By Michelle Phillips and Peter Maroulis
December 22, 2022
A Chinese satellite navigation manufacturer that sold electronics to Iran for military unmanned aerial vehicles (UAVs) and missiles has wholly-owned subsidiaries in the U.S. and Canada, through which it has conducted business with Western manufacturers, a Kharon investigation has found. The company also supplied electronics for advanced policing equipment to Chinese government entities implicated in human rights violations against ethnic minorities in Xinjiang.
Beijing UniStrong Science & Technology Co., Ltd. was one of several technology companies and research institutes added by the U.S. Department of Commerce to the Bureau of Industry and Security’s (BIS) Entity List on December 15. In its announcement, Commerce accused Beijing UniStrong of having “facilitated the illegal export of U.S.-origin electronics” to Iran “for use in the production of military unmanned aerial vehicles and missile systems used in attacks throughout the Middle East.”
Publicly traded on the Shenzhen stock exchange, Beijing UniStrong was unique on this list in its ties to the Middle East. Nearly all of the other entities listed by Commerce on December 15 are involved in the research and development, manufacturing, and sale of advanced technologies that support China’s military modernization.
Iranian drones have been used to attack targets in Ukraine and the Middle East. In September, Iraq's state news agency claimed that Iranian UAV attacks on the Kurdistan region of northern Iraq had killed at least 13 people and wounded 58 others. Iranian-manufactured UAVs have also been used in attacks by proxy militias in Iraq and in Yemen, including the Iran-backed Houthi group in attacks against Saudi Arabia and the United Arab Emirates. It is unclear how many of these attacks were by drones using Beijing UniStrong’s U.S.-origin electronics.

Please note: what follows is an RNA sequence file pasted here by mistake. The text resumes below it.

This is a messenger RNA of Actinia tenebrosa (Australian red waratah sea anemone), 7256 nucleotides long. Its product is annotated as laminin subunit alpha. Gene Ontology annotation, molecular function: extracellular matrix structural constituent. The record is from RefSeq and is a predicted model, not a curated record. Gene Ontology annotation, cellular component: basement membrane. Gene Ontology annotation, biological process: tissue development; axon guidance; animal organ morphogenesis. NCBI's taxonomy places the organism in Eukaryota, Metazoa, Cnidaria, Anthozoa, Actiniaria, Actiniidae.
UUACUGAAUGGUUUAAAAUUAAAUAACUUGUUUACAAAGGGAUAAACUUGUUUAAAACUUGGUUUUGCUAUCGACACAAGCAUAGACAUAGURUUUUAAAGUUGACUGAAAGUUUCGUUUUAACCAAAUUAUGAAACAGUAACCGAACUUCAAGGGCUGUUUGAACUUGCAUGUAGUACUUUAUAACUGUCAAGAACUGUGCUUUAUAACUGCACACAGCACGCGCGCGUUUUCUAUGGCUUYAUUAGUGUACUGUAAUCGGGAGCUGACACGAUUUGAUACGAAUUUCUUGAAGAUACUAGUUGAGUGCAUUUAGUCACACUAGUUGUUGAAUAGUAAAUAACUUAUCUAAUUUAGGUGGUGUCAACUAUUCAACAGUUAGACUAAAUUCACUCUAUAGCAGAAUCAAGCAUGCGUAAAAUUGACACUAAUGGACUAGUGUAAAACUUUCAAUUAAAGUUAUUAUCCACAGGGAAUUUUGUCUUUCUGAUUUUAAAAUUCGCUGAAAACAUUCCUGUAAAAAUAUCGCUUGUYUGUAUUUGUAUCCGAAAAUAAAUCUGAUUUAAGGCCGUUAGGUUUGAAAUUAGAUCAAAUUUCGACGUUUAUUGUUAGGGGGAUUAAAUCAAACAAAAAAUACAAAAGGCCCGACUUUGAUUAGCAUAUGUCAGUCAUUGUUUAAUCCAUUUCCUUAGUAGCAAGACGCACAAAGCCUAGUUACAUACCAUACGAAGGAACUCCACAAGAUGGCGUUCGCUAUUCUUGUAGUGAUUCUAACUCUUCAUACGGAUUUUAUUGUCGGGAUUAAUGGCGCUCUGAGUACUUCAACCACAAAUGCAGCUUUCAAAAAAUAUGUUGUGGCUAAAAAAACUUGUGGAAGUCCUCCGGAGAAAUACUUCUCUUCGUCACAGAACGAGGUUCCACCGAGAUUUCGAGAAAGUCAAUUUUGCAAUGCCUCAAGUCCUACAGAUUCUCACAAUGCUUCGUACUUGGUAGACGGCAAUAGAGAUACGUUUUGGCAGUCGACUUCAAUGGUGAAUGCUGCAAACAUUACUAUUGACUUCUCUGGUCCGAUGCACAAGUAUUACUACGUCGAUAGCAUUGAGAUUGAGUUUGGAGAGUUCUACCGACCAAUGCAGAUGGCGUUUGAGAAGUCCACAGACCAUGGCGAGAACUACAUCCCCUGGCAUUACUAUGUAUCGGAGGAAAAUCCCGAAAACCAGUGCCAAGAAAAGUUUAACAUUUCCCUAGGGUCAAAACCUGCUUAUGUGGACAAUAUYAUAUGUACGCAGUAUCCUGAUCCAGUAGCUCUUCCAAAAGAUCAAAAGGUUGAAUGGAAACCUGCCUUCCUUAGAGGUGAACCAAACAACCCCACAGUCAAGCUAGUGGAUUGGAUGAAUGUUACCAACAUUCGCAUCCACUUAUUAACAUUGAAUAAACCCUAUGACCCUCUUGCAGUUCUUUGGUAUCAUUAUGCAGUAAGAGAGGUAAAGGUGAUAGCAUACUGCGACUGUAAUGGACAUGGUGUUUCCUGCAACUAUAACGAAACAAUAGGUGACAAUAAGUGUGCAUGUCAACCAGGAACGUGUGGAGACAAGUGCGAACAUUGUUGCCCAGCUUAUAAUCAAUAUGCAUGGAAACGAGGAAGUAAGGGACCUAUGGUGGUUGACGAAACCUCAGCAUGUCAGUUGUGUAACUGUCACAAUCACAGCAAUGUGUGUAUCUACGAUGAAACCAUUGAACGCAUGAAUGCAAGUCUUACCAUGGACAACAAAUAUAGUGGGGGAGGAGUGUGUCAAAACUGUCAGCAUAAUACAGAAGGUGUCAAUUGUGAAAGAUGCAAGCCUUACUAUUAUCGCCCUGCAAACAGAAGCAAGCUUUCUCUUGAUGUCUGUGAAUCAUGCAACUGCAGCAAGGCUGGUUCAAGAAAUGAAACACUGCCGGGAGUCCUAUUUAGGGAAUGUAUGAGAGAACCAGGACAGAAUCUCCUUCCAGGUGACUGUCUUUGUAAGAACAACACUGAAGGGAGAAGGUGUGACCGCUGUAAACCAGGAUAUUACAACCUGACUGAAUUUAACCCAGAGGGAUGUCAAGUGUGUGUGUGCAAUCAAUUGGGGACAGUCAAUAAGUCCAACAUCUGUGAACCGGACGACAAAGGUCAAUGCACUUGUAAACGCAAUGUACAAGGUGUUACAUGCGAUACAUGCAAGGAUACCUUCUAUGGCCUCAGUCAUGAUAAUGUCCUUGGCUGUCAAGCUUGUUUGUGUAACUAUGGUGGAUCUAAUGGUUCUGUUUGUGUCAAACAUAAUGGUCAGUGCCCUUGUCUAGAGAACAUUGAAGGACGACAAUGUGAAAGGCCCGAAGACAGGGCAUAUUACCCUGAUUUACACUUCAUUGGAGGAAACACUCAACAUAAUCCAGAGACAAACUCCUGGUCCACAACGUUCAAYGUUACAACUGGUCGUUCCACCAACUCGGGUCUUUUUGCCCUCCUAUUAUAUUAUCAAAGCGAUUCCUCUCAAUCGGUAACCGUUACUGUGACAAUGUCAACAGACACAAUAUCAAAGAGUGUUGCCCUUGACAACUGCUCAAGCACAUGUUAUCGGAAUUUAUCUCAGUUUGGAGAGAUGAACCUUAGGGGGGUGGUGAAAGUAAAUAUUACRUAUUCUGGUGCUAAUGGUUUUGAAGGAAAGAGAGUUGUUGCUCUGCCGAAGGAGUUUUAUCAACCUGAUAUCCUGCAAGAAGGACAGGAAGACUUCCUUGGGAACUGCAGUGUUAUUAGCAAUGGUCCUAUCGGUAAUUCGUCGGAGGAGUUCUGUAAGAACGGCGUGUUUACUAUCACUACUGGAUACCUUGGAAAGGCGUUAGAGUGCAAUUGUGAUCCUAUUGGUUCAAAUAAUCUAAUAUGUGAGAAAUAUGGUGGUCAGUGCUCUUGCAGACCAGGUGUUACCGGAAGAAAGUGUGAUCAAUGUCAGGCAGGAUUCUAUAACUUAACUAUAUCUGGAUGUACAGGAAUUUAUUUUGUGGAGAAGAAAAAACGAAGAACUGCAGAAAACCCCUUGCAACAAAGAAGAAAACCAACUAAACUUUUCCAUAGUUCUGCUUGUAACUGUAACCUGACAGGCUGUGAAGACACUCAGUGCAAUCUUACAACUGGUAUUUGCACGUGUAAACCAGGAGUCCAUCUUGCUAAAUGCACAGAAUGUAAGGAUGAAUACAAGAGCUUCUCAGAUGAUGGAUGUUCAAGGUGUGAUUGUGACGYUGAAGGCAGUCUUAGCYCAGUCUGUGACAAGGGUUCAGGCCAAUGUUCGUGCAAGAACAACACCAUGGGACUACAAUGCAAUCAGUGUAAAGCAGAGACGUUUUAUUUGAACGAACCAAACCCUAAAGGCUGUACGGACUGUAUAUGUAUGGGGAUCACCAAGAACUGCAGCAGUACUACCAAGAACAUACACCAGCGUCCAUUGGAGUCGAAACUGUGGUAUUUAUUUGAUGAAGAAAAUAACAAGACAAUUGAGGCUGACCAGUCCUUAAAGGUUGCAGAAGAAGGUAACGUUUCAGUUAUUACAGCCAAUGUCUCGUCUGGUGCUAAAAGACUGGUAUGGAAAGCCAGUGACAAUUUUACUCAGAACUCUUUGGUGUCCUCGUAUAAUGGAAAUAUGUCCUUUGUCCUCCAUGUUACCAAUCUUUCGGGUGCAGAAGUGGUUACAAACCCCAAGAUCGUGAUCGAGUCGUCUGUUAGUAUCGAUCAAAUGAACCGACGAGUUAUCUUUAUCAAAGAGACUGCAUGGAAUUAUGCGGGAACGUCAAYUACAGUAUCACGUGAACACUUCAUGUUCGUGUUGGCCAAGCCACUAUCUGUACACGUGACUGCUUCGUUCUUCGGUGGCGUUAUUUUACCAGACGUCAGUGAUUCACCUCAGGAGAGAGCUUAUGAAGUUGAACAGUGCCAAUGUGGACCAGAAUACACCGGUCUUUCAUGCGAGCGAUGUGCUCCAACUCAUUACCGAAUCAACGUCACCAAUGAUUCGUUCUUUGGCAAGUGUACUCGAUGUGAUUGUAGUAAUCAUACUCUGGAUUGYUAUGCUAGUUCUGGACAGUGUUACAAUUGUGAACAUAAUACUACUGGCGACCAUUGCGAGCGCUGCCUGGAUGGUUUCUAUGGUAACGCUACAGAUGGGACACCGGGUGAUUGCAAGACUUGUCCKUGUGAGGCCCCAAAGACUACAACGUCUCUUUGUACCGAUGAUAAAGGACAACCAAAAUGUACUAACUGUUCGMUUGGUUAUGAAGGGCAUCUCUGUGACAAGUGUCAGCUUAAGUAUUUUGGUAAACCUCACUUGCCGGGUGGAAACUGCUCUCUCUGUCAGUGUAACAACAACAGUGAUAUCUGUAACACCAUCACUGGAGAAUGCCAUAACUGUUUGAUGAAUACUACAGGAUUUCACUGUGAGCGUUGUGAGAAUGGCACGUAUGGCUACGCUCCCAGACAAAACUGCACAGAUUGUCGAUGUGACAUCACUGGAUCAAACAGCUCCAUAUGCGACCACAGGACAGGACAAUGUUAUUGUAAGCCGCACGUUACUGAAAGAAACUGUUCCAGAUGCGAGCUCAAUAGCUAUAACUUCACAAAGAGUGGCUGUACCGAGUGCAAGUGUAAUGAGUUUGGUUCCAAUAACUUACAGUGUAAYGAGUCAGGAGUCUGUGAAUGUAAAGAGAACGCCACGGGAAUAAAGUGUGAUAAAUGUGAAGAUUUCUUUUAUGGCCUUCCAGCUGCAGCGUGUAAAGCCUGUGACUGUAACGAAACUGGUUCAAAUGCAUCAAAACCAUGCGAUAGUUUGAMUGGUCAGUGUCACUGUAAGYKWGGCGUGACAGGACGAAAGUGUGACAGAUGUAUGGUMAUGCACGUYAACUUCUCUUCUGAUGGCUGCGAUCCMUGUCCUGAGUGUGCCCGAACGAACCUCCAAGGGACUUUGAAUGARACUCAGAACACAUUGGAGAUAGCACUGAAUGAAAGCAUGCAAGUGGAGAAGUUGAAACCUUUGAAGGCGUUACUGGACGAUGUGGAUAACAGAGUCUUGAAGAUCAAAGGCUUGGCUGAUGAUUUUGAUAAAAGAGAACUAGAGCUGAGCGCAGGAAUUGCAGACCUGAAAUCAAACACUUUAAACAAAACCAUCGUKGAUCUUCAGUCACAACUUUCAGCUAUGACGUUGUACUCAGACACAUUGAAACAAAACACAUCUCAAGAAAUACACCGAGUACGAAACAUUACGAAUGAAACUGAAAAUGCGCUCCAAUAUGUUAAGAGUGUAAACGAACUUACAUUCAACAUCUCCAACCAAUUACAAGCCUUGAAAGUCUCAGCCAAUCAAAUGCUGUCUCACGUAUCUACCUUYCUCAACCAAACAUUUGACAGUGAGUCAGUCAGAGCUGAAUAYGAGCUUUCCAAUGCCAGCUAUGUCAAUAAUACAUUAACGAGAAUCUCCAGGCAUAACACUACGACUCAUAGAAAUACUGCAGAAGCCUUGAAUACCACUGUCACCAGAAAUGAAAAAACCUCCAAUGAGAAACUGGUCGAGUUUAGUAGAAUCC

Beijing UniStrong provides a broad range of products and services for global navigation satellite systems (GNSS), according to a review of the company’s website and corporate disclosures. The GNSS systems sold by UniStrong have a wide variety of applications, including machine control and guidance, surveying and mapping, marine, and unmanned systems.
Reach Into North America
Beijing UniStrong owns subsidiaries in the U.S. and Canada that the Department of Commerce did not mention in its December 15 announcement. The company is the sole shareholder of Arizona-based Hemisphere GNSS (USA) Inc. and Alberta-based Hemisphere GNSS Inc. Hemisphere, which until recently had a Queensland, Australia office, describes itself as “the leader in high-performance satellite positioning accuracy and reliability,” according to the company’s website. Hemisphere’s website also describes the company as part of Beijing UniStrong.
Hemisphere GNSS (USA) Inc. has four primary lines of business: agriculture, construction and mining, marine, and OEM (original equipment manufacturer). The OEM line of business offers a range of GNSS boards for use in any customer applications, including UAVs.
Hemisphere has exported OEM equipment to companies in Turkey, India, and Vietnam, according to trade data reviewed by Kharon. Hemisphere’s customers include a Turkish defense company that produces UAVs, according to trade records reviewed by Kharon.
Hemisphere’s GNSS products also appear to be available for purchase in Iran. According to a July 2022 archived version of its website, Fatehin Sanat Sharif reported providing positioning and routing equipment from Hemisphere. Fatehin Sanat Sharif is part of the “research network” of Sharif University of Technology, a public research university in Tehran, and its employees are graduates of the university. The university was sanctioned by the European Union and the United Kingdom for aiding Iran’s nuclear proliferation program.
Involvement in Xinjiang Surveillance
Beijing UniStrong also sold policing equipment to police departments in Xinjiang that are sanctioned by the U.S. for their involvement in human rights abuses against ethnic minorities, Kharon found.
Under an agreement the company signed with the Xinjiang Public Security Department (XPSB), Beijing UniStrong contributed to creating technological policing platforms for both the XPSB and the public security bureau for the paramilitary group Xinjiang Production and Construction Corps (XPCC), according to the company’s 2019 semi-annual report. Its partnership with the two companies made UniStrong a key player in constructing the technological policing platform in the Xinjiang region.